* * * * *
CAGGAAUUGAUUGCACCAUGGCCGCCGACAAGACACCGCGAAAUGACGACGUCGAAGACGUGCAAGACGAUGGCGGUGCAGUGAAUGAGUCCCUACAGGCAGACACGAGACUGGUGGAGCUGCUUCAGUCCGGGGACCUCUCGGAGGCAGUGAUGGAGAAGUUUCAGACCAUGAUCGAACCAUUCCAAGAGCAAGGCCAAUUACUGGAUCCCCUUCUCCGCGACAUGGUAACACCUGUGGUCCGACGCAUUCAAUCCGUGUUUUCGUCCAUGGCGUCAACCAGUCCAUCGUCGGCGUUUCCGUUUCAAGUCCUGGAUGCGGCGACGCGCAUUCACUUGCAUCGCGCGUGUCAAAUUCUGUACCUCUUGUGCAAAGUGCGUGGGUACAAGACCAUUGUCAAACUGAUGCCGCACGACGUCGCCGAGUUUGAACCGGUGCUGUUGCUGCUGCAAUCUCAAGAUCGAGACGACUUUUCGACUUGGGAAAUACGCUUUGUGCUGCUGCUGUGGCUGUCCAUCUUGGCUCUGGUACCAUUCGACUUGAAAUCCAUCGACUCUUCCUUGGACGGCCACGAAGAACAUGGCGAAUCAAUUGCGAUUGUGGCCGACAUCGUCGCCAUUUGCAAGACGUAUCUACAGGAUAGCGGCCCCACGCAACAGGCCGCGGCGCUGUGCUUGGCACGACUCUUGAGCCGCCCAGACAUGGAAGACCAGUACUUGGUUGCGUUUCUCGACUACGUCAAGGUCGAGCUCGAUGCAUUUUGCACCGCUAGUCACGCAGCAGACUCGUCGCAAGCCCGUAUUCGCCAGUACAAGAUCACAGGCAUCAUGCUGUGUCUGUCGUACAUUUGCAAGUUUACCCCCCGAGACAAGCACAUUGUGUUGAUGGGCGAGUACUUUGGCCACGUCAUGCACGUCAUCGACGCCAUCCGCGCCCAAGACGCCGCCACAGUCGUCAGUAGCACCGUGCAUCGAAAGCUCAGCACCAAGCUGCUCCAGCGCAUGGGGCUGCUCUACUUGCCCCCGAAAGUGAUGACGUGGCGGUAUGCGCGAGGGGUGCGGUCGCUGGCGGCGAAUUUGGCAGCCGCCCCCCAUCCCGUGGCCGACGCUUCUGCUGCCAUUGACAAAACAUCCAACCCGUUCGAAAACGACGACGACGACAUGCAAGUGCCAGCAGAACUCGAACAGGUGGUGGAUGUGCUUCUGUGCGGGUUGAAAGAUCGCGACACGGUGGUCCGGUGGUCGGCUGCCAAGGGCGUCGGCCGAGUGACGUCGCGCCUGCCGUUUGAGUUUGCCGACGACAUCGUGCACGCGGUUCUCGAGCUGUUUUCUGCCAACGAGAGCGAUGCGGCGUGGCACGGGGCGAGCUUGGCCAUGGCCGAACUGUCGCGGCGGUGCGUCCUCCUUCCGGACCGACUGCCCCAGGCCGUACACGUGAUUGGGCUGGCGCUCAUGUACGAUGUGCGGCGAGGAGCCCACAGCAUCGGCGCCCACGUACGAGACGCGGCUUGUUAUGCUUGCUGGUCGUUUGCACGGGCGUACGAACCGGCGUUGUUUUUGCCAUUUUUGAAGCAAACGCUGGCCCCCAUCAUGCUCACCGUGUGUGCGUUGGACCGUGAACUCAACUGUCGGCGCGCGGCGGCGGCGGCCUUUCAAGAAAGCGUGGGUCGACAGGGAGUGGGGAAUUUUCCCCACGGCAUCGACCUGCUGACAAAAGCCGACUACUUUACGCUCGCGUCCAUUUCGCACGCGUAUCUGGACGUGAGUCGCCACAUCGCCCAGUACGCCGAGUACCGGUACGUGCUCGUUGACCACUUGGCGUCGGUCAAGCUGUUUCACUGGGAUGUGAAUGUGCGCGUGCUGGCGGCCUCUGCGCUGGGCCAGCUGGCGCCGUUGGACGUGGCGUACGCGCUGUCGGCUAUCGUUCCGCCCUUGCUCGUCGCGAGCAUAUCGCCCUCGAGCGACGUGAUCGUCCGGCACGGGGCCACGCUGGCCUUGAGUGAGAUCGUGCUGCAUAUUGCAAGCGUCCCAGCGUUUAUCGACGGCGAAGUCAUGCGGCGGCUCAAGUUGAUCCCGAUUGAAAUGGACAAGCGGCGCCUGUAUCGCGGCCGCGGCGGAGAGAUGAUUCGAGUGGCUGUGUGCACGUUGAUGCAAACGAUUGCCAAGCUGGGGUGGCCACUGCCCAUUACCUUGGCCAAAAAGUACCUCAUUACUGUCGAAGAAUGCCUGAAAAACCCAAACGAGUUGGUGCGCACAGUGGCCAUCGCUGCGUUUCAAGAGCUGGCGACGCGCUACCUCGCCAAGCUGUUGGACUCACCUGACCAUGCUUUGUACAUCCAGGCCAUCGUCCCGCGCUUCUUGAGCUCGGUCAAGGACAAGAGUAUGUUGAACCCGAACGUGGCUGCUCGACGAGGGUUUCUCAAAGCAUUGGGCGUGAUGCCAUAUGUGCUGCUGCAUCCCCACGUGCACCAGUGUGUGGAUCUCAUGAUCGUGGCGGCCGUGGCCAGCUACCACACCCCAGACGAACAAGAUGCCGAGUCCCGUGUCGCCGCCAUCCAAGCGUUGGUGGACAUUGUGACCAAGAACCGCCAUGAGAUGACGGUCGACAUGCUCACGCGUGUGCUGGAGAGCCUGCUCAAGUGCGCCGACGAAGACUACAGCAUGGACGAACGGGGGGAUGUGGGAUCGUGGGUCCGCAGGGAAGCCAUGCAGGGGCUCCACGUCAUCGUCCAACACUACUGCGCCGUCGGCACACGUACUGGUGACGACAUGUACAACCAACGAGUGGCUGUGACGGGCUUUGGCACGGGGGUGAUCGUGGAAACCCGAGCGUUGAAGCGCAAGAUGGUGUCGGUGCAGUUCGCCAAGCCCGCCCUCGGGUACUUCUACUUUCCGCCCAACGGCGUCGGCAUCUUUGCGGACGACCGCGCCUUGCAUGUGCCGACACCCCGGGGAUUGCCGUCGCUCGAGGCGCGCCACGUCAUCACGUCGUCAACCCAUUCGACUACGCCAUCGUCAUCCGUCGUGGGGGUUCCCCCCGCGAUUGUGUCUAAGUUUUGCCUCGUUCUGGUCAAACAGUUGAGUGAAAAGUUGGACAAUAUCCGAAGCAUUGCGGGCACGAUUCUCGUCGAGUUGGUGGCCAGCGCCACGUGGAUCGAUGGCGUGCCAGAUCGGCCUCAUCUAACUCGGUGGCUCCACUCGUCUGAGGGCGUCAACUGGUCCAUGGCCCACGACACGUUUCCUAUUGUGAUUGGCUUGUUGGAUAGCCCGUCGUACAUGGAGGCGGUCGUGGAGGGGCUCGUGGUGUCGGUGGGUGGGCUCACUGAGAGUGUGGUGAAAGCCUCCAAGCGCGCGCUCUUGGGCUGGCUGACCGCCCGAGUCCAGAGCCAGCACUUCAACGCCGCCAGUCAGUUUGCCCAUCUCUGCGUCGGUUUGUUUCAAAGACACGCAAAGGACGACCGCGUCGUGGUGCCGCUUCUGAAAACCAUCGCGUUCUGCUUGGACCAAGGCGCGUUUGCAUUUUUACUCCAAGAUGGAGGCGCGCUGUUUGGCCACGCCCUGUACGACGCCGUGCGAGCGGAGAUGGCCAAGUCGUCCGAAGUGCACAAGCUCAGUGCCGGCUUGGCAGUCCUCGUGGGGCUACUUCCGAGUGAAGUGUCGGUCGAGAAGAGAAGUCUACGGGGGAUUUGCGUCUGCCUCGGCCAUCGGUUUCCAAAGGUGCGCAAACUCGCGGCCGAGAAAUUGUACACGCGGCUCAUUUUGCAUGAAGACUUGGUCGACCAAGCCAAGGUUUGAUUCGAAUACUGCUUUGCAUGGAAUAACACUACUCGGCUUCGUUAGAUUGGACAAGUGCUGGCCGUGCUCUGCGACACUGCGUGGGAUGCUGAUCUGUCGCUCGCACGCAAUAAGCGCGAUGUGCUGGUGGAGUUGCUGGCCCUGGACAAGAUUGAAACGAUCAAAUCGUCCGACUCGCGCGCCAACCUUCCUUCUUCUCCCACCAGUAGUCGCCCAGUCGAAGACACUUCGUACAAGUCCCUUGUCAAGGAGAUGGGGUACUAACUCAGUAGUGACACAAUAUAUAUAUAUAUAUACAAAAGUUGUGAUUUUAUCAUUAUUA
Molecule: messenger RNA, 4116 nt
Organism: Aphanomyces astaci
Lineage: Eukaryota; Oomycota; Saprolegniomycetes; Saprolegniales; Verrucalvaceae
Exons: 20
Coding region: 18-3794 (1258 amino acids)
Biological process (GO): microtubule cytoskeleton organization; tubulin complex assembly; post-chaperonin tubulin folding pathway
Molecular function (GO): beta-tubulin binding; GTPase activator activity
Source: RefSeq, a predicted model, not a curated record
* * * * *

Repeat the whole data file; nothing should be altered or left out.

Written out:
CAGGAAUUGAUUGCACCAUGGCCGCCGACAAGACACCGCGAAAUGACGACGUCGAAGACGUGCAAGACGAUGGCGGUGCAGUGAAUGAGUCCCUACAGGCAGACACGAGACUGGUGGAGCUGCUUCAGUCCGGGGACCUCUCGGAGGCAGUGAUGGAGAAGUUUCAGACCAUGAUCGAACCAUUCCAAGAGCAAGGCCAAUUACUGGAUCCCCUUCUCCGCGACAUGGUAACACCUGUGGUCCGACGCAUUCAAUCCGUGUUUUCGUCCAUGGCGUCAACCAGUCCAUCGUCGGCGUUUCCGUUUCAAGUCCUGGAUGCGGCGACGCGCAUUCACUUGCAUCGCGCGUGUCAAAUUCUGUACCUCUUGUGCAAAGUGCGUGGGUACAAGACCAUUGUCAAACUGAUGCCGCACGACGUCGCCGAGUUUGAACCGGUGCUGUUGCUGCUGCAAUCUCAAGAUCGAGACGACUUUUCGACUUGGGAAAUACGCUUUGUGCUGCUGCUGUGGCUGUCCAUCUUGGCUCUGGUACCAUUCGACUUGAAAUCCAUCGACUCUUCCUUGGACGGCCACGAAGAACAUGGCGAAUCAAUUGCGAUUGUGGCCGACAUCGUCGCCAUUUGCAAGACGUAUCUACAGGAUAGCGGCCCCACGCAACAGGCCGCGGCGCUGUGCUUGGCACGACUCUUGAGCCGCCCAGACAUGGAAGACCAGUACUUGGUUGCGUUUCUCGACUACGUCAAGGUCGAGCUCGAUGCAUUUUGCACCGCUAGUCACGCAGCAGACUCGUCGCAAGCCCGUAUUCGCCAGUACAAGAUCACAGGCAUCAUGCUGUGUCUGUCGUACAUUUGCAAGUUUACCCCCCGAGACAAGCACAUUGUGUUGAUGGGCGAGUACUUUGGCCACGUCAUGCACGUCAUCGACGCCAUCCGCGCCCAAGACGCCGCCACAGUCGUCAGUAGCACCGUGCAUCGAAAGCUCAGCACCAAGCUGCUCCAGCGCAUGGGGCUGCUCUACUUGCCCCCGAAAGUGAUGACGUGGCGGUAUGCGCGAGGGGUGCGGUCGCUGGCGGCGAAUUUGGCAGCCGCCCCCCAUCCCGUGGCCGACGCUUCUGCUGCCAUUGACAAAACAUCCAACCCGUUCGAAAACGACGACGACGACAUGCAAGUGCCAGCAGAACUCGAACAGGUGGUGGAUGUGCUUCUGUGCGGGUUGAAAGAUCGCGACACGGUGGUCCGGUGGUCGGCUGCCAAGGGCGUCGGCCGAGUGACGUCGCGCCUGCCGUUUGAGUUUGCCGACGACAUCGUGCACGCGGUUCUCGAGCUGUUUUCUGCCAACGAGAGCGAUGCGGCGUGGCACGGGGCGAGCUUGGCCAUGGCCGAACUGUCGCGGCGGUGCGUCCUCCUUCCGGACCGACUGCCCCAGGCCGUACACGUGAUUGGGCUGGCGCUCAUGUACGAUGUGCGGCGAGGAGCCCACAGCAUCGGCGCCCACGUACGAGACGCGGCUUGUUAUGCUUGCUGGUCGUUUGCACGGGCGUACGAACCGGCGUUGUUUUUGCCAUUUUUGAAGCAAACGCUGGCCCCCAUCAUGCUCACCGUGUGUGCGUUGGACCGUGAACUCAACUGUCGGCGCGCGGCGGCGGCGGCCUUUCAAGAAAGCGUGGGUCGACAGGGAGUGGGGAAUUUUCCCCACGGCAUCGACCUGCUGACAAAAGCCGACUACUUUACGCUCGCGUCCAUUUCGCACGCGUAUCUGGACGUGAGUCGCCACAUCGCCCAGUACGCCGAGUACCGGUACGUGCUCGUUGACCACUUGGCGUCGGUCAAGCUGUUUCACUGGGAUGUGAAUGUGCGCGUGCUGGCGGCCUCUGCGCUGGGCCAGCUGGCGCCGUUGGACGUGGCGUACGCGCUGUCGGCUAUCGUUCCGCCCUUGCUCGUCGCGAGCAUAUCGCCCUCGAGCGACGUGAUCGUCCGGCACGGGGCCACGCUGGCCUUGAGUGAGAUCGUGCUGCAUAUUGCAAGCGUCCCAGCGUUUAUCGACGGCGAAGUCAUGCGGCGGCUCAAGUUGAUCCCGAUUGAAAUGGACAAGCGGCGCCUGUAUCGCGGCCGCGGCGGAGAGAUGAUUCGAGUGGCUGUGUGCACGUUGAUGCAAACGAUUGCCAAGCUGGGGUGGCCACUGCCCAUUACCUUGGCCAAAAAGUACCUCAUUACUGUCGAAGAAUGCCUGAAAAACCCAAACGAGUUGGUGCGCACAGUGGCCAUCGCUGCGUUUCAAGAGCUGGCGACGCGCUACCUCGCCAAGCUGUUGGACUCACCUGACCAUGCUUUGUACAUCCAGGCCAUCGUCCCGCGCUUCUUGAGCUCGGUCAAGGACAAGAGUAUGUUGAACCCGAACGUGGCUGCUCGACGAGGGUUUCUCAAAGCAUUGGGCGUGAUGCCAUAUGUGCUGCUGCAUCCCCACGUGCACCAGUGUGUGGAUCUCAUGAUCGUGGCGGCCGUGGCCAGCUACCACACCCCAGACGAACAAGAUGCCGAGUCCCGUGUCGCCGCCAUCCAAGCGUUGGUGGACAUUGUGACCAAGAACCGCCAUGAGAUGACGGUCGACAUGCUCACGCGUGUGCUGGAGAGCCUGCUCAAGUGCGCCGACGAAGACUACAGCAUGGACGAACGGGGGGAUGUGGGAUCGUGGGUCCGCAGGGAAGCCAUGCAGGGGCUCCACGUCAUCGUCCAACACUACUGCGCCGUCGGCACACGUACUGGUGACGACAUGUACAACCAACGAGUGGCUGUGACGGGCUUUGGCACGGGGGUGAUCGUGGAAACCCGAGCGUUGAAGCGCAAGAUGGUGUCGGUGCAGUUCGCCAAGCCCGCCCUCGGGUACUUCUACUUUCCGCCCAACGGCGUCGGCAUCUUUGCGGACGACCGCGCCUUGCAUGUGCCGACACCCCGGGGAUUGCCGUCGCUCGAGGCGCGCCACGUCAUCACGUCGUCAACCCAUUCGACUACGCCAUCGUCAUCCGUCGUGGGGGUUCCCCCCGCGAUUGUGUCUAAGUUUUGCCUCGUUCUGGUCAAACAGUUGAGUGAAAAGUUGGACAAUAUCCGAAGCAUUGCGGGCACGAUUCUCGUCGAGUUGGUGGCCAGCGCCACGUGGAUCGAUGGCGUGCCAGAUCGGCCUCAUCUAACUCGGUGGCUCCACUCGUCUGAGGGCGUCAACUGGUCCAUGGCCCACGACACGUUUCCUAUUGUGAUUGGCUUGUUGGAUAGCCCGUCGUACAUGGAGGCGGUCGUGGAGGGGCUCGUGGUGUCGGUGGGUGGGCUCACUGAGAGUGUGGUGAAAGCCUCCAAGCGCGCGCUCUUGGGCUGGCUGACCGCCCGAGUCCAGAGCCAGCACUUCAACGCCGCCAGUCAGUUUGCCCAUCUCUGCGUCGGUUUGUUUCAAAGACACGCAAAGGACGACCGCGUCGUGGUGCCGCUUCUGAAAACCAUCGCGUUCUGCUUGGACCAAGGCGCGUUUGCAUUUUUACUCCAAGAUGGAGGCGCGCUGUUUGGCCACGCCCUGUACGACGCCGUGCGAGCGGAGAUGGCCAAGUCGUCCGAAGUGCACAAGCUCAGUGCCGGCUUGGCAGUCCUCGUGGGGCUACUUCCGAGUGAAGUGUCGGUCGAGAAGAGAAGUCUACGGGGGAUUUGCGUCUGCCUCGGCCAUCGGUUUCCAAAGGUGCGCAAACUCGCGGCCGAGAAAUUGUACACGCGGCUCAUUUUGCAUGAAGACUUGGUCGACCAAGCCAAGGUUUGAUUCGAAUACUGCUUUGCAUGGAAUAACACUACUCGGCUUCGUUAGAUUGGACAAGUGCUGGCCGUGCUCUGCGACACUGCGUGGGAUGCUGAUCUGUCGCUCGCACGCAAUAAGCGCGAUGUGCUGGUGGAGUUGCUGGCCCUGGACAAGAUUGAAACGAUCAAAUCGUCCGACUCGCGCGCCAACCUUCCUUCUUCUCCCACCAGUAGUCGCCCAGUCGAAGACACUUCGUACAAGUCCCUUGUCAAGGAGAUGGGGUACUAACUCAGUAGUGACACAAUAUAUAUAUAUAUAUACAAAAGUUGUGAUUUUAUCAUUAUUA
Molecule: messenger RNA, 4116 nt
Organism: Aphanomyces astaci
Lineage: Eukaryota; Oomycota; Saprolegniomycetes; Saprolegniales; Verrucalvaceae
Exons: 20
Coding region: 18-3794 (1258 amino acids)
Biological process (GO): microtubule cytoskeleton organization; tubulin complex assembly; post-chaperonin tubulin folding pathway
Molecular function (GO): beta-tubulin binding; GTPase activator activity
Source: RefSeq, a predicted model, not a curated record